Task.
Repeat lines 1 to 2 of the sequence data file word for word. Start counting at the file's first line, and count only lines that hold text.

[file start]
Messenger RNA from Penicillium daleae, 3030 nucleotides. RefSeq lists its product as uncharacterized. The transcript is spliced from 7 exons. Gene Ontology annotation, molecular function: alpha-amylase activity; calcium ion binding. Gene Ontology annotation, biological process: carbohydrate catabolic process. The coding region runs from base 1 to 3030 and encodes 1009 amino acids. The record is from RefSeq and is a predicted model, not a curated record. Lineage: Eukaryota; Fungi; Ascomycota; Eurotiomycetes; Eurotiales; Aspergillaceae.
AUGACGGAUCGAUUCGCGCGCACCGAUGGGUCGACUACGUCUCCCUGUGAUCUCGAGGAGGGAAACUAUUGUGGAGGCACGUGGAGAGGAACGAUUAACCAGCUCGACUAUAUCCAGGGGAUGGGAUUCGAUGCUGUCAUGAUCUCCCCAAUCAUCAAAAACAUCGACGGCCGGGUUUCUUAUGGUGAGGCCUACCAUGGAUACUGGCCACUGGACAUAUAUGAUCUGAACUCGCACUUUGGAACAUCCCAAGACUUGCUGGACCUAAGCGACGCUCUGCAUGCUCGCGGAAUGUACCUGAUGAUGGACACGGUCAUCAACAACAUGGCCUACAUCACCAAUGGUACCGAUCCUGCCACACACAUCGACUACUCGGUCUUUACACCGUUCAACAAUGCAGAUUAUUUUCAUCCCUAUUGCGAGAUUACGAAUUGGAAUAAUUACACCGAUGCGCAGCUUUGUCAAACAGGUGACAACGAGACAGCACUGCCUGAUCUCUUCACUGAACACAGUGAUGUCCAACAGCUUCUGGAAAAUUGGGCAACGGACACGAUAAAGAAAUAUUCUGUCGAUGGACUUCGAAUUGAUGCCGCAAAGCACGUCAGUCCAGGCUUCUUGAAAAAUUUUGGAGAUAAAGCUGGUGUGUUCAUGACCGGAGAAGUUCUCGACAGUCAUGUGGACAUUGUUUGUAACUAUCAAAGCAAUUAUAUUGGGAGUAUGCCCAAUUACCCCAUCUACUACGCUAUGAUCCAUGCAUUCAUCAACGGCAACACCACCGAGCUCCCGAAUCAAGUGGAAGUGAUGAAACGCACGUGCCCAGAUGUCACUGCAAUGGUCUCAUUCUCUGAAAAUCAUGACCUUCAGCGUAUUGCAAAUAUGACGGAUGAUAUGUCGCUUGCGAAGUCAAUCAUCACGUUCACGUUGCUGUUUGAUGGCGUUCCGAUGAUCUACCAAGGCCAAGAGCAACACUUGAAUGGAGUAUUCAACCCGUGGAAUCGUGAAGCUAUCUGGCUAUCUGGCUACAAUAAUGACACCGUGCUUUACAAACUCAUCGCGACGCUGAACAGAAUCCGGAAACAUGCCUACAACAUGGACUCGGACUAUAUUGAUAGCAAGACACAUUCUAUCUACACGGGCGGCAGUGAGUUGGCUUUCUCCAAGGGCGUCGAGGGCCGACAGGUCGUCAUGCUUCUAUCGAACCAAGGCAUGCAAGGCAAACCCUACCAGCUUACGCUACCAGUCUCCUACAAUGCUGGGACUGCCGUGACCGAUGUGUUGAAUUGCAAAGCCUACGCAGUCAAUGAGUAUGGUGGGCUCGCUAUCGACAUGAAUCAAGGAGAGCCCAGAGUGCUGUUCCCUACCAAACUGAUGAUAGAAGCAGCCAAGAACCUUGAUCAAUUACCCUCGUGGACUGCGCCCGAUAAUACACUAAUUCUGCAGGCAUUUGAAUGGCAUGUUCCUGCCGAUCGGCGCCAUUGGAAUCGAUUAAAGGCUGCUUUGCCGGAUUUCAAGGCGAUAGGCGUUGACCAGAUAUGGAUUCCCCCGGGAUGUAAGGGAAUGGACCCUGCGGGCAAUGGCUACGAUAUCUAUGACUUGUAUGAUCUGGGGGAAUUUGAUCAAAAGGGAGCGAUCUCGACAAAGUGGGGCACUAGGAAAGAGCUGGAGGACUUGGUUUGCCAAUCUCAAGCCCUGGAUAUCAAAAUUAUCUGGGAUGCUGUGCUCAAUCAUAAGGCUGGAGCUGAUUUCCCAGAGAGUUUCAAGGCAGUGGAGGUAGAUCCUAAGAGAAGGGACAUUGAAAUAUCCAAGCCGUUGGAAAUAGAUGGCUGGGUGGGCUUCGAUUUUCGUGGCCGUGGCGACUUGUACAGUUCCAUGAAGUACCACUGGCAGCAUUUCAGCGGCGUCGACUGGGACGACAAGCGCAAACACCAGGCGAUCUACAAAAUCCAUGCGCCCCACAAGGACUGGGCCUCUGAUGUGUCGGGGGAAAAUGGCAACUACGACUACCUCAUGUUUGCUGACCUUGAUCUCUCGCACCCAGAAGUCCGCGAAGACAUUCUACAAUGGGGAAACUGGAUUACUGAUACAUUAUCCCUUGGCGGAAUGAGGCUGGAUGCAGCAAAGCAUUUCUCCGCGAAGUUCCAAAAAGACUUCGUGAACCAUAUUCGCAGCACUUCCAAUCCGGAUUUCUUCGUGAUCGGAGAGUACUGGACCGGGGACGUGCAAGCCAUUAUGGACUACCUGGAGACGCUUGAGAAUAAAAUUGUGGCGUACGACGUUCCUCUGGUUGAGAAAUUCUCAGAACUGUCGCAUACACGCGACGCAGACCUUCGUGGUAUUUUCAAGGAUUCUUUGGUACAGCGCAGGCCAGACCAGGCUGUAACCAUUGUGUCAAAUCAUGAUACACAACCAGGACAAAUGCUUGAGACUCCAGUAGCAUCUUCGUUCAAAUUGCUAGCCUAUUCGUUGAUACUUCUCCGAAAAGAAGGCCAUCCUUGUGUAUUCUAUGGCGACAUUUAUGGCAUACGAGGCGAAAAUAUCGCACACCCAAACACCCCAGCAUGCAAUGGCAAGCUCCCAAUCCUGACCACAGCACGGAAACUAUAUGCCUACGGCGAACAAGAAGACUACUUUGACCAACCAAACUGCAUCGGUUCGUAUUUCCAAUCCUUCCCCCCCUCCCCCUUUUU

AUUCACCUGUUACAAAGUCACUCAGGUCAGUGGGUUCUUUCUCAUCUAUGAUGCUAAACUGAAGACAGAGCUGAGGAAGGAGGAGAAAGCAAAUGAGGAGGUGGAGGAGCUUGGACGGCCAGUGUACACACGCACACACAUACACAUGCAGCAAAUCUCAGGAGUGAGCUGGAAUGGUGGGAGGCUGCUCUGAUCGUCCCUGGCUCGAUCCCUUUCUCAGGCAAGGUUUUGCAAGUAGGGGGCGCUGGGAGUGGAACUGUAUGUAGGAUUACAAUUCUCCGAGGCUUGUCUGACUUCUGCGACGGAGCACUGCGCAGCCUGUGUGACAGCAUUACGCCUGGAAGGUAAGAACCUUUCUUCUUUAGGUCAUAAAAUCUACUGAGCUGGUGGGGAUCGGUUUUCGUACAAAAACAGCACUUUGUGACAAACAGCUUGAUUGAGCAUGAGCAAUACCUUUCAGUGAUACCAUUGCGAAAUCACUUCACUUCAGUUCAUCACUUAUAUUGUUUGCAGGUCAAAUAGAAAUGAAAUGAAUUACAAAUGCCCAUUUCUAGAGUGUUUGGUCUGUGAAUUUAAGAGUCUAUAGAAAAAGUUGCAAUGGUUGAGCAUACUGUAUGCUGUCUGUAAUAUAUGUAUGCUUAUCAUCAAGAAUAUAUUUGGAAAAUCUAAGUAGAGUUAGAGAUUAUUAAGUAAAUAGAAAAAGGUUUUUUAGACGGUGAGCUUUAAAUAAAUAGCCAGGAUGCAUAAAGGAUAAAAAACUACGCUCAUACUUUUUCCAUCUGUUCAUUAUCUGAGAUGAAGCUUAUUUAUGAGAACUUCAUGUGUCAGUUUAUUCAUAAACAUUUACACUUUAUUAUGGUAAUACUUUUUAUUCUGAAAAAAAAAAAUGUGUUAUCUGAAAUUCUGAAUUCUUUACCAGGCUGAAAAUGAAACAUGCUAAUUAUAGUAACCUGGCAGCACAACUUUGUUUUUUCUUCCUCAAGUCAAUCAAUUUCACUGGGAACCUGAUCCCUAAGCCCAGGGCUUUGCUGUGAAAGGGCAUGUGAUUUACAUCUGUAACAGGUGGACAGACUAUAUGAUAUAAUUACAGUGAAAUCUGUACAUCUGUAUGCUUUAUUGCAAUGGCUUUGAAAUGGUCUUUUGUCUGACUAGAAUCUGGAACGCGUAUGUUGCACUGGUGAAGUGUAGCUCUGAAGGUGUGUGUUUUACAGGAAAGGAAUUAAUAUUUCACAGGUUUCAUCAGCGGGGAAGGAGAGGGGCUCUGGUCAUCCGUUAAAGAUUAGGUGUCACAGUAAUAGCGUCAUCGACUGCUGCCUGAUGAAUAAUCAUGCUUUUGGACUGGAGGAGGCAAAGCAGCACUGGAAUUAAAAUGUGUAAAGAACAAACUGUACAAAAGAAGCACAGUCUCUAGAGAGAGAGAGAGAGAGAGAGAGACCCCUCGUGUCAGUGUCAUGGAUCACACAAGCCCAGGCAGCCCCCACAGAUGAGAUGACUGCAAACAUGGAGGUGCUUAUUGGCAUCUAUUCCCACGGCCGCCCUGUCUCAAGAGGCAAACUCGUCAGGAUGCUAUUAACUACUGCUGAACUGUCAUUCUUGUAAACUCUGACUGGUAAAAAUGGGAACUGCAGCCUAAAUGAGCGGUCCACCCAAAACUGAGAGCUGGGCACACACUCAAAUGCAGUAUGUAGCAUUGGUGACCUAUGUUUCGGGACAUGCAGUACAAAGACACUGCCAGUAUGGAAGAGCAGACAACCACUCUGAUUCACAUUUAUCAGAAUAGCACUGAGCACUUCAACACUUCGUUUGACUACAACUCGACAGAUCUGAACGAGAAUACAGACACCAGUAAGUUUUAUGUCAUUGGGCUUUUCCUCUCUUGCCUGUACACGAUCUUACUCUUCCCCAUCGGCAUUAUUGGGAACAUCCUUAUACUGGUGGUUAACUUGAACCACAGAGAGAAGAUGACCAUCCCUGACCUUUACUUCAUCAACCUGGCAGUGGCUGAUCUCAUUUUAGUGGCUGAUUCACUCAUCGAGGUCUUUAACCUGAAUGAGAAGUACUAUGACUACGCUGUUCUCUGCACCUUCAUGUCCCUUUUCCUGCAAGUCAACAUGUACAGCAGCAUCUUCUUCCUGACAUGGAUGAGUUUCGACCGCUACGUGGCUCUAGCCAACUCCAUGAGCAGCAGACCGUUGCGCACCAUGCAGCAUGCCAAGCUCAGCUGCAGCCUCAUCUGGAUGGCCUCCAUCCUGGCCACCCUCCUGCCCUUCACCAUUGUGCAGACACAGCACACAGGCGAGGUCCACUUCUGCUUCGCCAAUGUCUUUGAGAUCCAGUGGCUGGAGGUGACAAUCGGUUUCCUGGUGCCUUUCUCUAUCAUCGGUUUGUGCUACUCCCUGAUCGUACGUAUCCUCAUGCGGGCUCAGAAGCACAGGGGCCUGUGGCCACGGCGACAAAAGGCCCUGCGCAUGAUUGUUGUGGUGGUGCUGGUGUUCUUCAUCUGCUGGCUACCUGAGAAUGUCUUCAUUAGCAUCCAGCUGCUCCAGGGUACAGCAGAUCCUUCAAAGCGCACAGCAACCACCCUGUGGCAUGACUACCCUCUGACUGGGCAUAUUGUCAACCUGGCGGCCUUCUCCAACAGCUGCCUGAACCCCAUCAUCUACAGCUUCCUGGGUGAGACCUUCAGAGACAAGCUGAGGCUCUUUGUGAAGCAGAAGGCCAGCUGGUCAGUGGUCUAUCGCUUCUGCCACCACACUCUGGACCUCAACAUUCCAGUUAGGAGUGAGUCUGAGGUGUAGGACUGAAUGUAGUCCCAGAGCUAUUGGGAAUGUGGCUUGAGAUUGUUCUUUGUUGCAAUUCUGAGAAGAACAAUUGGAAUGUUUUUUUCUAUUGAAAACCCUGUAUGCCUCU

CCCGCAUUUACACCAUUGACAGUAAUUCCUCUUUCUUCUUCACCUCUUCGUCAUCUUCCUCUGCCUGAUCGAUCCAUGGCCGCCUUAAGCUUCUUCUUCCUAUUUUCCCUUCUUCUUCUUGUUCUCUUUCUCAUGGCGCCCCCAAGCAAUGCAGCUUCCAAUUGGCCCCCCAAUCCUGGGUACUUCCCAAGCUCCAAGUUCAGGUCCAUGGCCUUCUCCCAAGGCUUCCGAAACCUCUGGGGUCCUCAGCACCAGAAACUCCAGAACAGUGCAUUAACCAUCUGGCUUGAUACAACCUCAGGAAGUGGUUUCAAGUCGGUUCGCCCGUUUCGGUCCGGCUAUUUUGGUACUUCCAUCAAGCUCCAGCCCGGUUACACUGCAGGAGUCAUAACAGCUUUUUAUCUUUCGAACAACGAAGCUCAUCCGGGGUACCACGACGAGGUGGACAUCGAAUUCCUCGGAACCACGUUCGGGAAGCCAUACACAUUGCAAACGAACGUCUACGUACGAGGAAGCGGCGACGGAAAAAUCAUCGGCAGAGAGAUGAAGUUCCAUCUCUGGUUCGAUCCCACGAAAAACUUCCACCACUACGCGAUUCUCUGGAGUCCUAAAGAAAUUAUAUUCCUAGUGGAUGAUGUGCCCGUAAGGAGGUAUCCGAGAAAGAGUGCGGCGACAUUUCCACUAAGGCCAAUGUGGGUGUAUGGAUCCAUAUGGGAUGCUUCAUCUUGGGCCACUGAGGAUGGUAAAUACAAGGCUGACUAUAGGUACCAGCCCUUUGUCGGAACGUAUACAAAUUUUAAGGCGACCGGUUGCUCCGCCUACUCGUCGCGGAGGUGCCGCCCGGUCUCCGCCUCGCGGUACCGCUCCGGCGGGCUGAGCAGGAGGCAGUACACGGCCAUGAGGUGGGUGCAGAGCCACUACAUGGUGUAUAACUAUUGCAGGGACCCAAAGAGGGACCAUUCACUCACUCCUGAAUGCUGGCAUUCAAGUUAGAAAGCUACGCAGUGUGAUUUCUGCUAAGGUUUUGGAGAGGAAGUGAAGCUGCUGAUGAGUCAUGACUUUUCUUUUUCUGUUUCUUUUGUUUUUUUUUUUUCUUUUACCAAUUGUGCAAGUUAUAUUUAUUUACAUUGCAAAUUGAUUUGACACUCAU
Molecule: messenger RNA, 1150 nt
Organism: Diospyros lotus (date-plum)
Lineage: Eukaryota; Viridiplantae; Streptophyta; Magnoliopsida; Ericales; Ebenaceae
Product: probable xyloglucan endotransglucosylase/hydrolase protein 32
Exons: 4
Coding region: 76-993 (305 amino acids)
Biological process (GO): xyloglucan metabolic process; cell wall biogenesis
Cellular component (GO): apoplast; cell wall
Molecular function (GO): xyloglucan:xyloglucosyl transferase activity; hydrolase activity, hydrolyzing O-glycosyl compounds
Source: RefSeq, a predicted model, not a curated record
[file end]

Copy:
Messenger RNA from Penicillium daleae, 3030 nucleotides. RefSeq lists its product as uncharacterized. The transcript is spliced from 7 exons. Gene Ontology annotation, molecular function: alpha-amylase activity; calcium ion binding. Gene Ontology annotation, biological process: carbohydrate catabolic process. The coding region runs from base 1 to 3030 and encodes 1009 amino acids. The record is from RefSeq and is a predicted model, not a curated record. Lineage: Eukaryota; Fungi; Ascomycota; Eurotiomycetes; Eurotiales; Aspergillaceae.
AUGACGGAUCGAUUCGCGCGCACCGAUGGGUCGACUACGUCUCCCUGUGAUCUCGAGGAGGGAAACUAUUGUGGAGGCACGUGGAGAGGAACGAUUAACCAGCUCGACUAUAUCCAGGGGAUGGGAUUCGAUGCUGUCAUGAUCUCCCCAAUCAUCAAAAACAUCGACGGCCGGGUUUCUUAUGGUGAGGCCUACCAUGGAUACUGGCCACUGGACAUAUAUGAUCUGAACUCGCACUUUGGAACAUCCCAAGACUUGCUGGACCUAAGCGACGCUCUGCAUGCUCGCGGAAUGUACCUGAUGAUGGACACGGUCAUCAACAACAUGGCCUACAUCACCAAUGGUACCGAUCCUGCCACACACAUCGACUACUCGGUCUUUACACCGUUCAACAAUGCAGAUUAUUUUCAUCCCUAUUGCGAGAUUACGAAUUGGAAUAAUUACACCGAUGCGCAGCUUUGUCAAACAGGUGACAACGAGACAGCACUGCCUGAUCUCUUCACUGAACACAGUGAUGUCCAACAGCUUCUGGAAAAUUGGGCAACGGACACGAUAAAGAAAUAUUCUGUCGAUGGACUUCGAAUUGAUGCCGCAAAGCACGUCAGUCCAGGCUUCUUGAAAAAUUUUGGAGAUAAAGCUGGUGUGUUCAUGACCGGAGAAGUUCUCGACAGUCAUGUGGACAUUGUUUGUAACUAUCAAAGCAAUUAUAUUGGGAGUAUGCCCAAUUACCCCAUCUACUACGCUAUGAUCCAUGCAUUCAUCAACGGCAACACCACCGAGCUCCCGAAUCAAGUGGAAGUGAUGAAACGCACGUGCCCAGAUGUCACUGCAAUGGUCUCAUUCUCUGAAAAUCAUGACCUUCAGCGUAUUGCAAAUAUGACGGAUGAUAUGUCGCUUGCGAAGUCAAUCAUCACGUUCACGUUGCUGUUUGAUGGCGUUCCGAUGAUCUACCAAGGCCAAGAGCAACACUUGAAUGGAGUAUUCAACCCGUGGAAUCGUGAAGCUAUCUGGCUAUCUGGCUACAAUAAUGACACCGUGCUUUACAAACUCAUCGCGACGCUGAACAGAAUCCGGAAACAUGCCUACAACAUGGACUCGGACUAUAUUGAUAGCAAGACACAUUCUAUCUACACGGGCGGCAGUGAGUUGGCUUUCUCCAAGGGCGUCGAGGGCCGACAGGUCGUCAUGCUUCUAUCGAACCAAGGCAUGCAAGGCAAACCCUACCAGCUUACGCUACCAGUCUCCUACAAUGCUGGGACUGCCGUGACCGAUGUGUUGAAUUGCAAAGCCUACGCAGUCAAUGAGUAUGGUGGGCUCGCUAUCGACAUGAAUCAAGGAGAGCCCAGAGUGCUGUUCCCUACCAAACUGAUGAUAGAAGCAGCCAAGAACCUUGAUCAAUUACCCUCGUGGACUGCGCCCGAUAAUACACUAAUUCUGCAGGCAUUUGAAUGGCAUGUUCCUGCCGAUCGGCGCCAUUGGAAUCGAUUAAAGGCUGCUUUGCCGGAUUUCAAGGCGAUAGGCGUUGACCAGAUAUGGAUUCCCCCGGGAUGUAAGGGAAUGGACCCUGCGGGCAAUGGCUACGAUAUCUAUGACUUGUAUGAUCUGGGGGAAUUUGAUCAAAAGGGAGCGAUCUCGACAAAGUGGGGCACUAGGAAAGAGCUGGAGGACUUGGUUUGCCAAUCUCAAGCCCUGGAUAUCAAAAUUAUCUGGGAUGCUGUGCUCAAUCAUAAGGCUGGAGCUGAUUUCCCAGAGAGUUUCAAGGCAGUGGAGGUAGAUCCUAAGAGAAGGGACAUUGAAAUAUCCAAGCCGUUGGAAAUAGAUGGCUGGGUGGGCUUCGAUUUUCGUGGCCGUGGCGACUUGUACAGUUCCAUGAAGUACCACUGGCAGCAUUUCAGCGGCGUCGACUGGGACGACAAGCGCAAACACCAGGCGAUCUACAAAAUCCAUGCGCCCCACAAGGACUGGGCCUCUGAUGUGUCGGGGGAAAAUGGCAACUACGACUACCUCAUGUUUGCUGACCUUGAUCUCUCGCACCCAGAAGUCCGCGAAGACAUUCUACAAUGGGGAAACUGGAUUACUGAUACAUUAUCCCUUGGCGGAAUGAGGCUGGAUGCAGCAAAGCAUUUCUCCGCGAAGUUCCAAAAAGACUUCGUGAACCAUAUUCGCAGCACUUCCAAUCCGGAUUUCUUCGUGAUCGGAGAGUACUGGACCGGGGACGUGCAAGCCAUUAUGGACUACCUGGAGACGCUUGAGAAUAAAAUUGUGGCGUACGACGUUCCUCUGGUUGAGAAAUUCUCAGAACUGUCGCAUACACGCGACGCAGACCUUCGUGGUAUUUUCAAGGAUUCUUUGGUACAGCGCAGGCCAGACCAGGCUGUAACCAUUGUGUCAAAUCAUGAUACACAACCAGGACAAAUGCUUGAGACUCCAGUAGCAUCUUCGUUCAAAUUGCUAGCCUAUUCGUUGAUACUUCUCCGAAAAGAAGGCCAUCCUUGUGUAUUCUAUGGCGACAUUUAUGGCAUACGAGGCGAAAAUAUCGCACACCCAAACACCCCAGCAUGCAAUGGCAAGCUCCCAAUCCUGACCACAGCACGGAAACUAUAUGCCUACGGCGAACAAGAAGACUACUUUGACCAACCAAACUGCAUCGGUUCGUAUUUCCAAUCCUUCCCCCCCUCCCCCUUUUU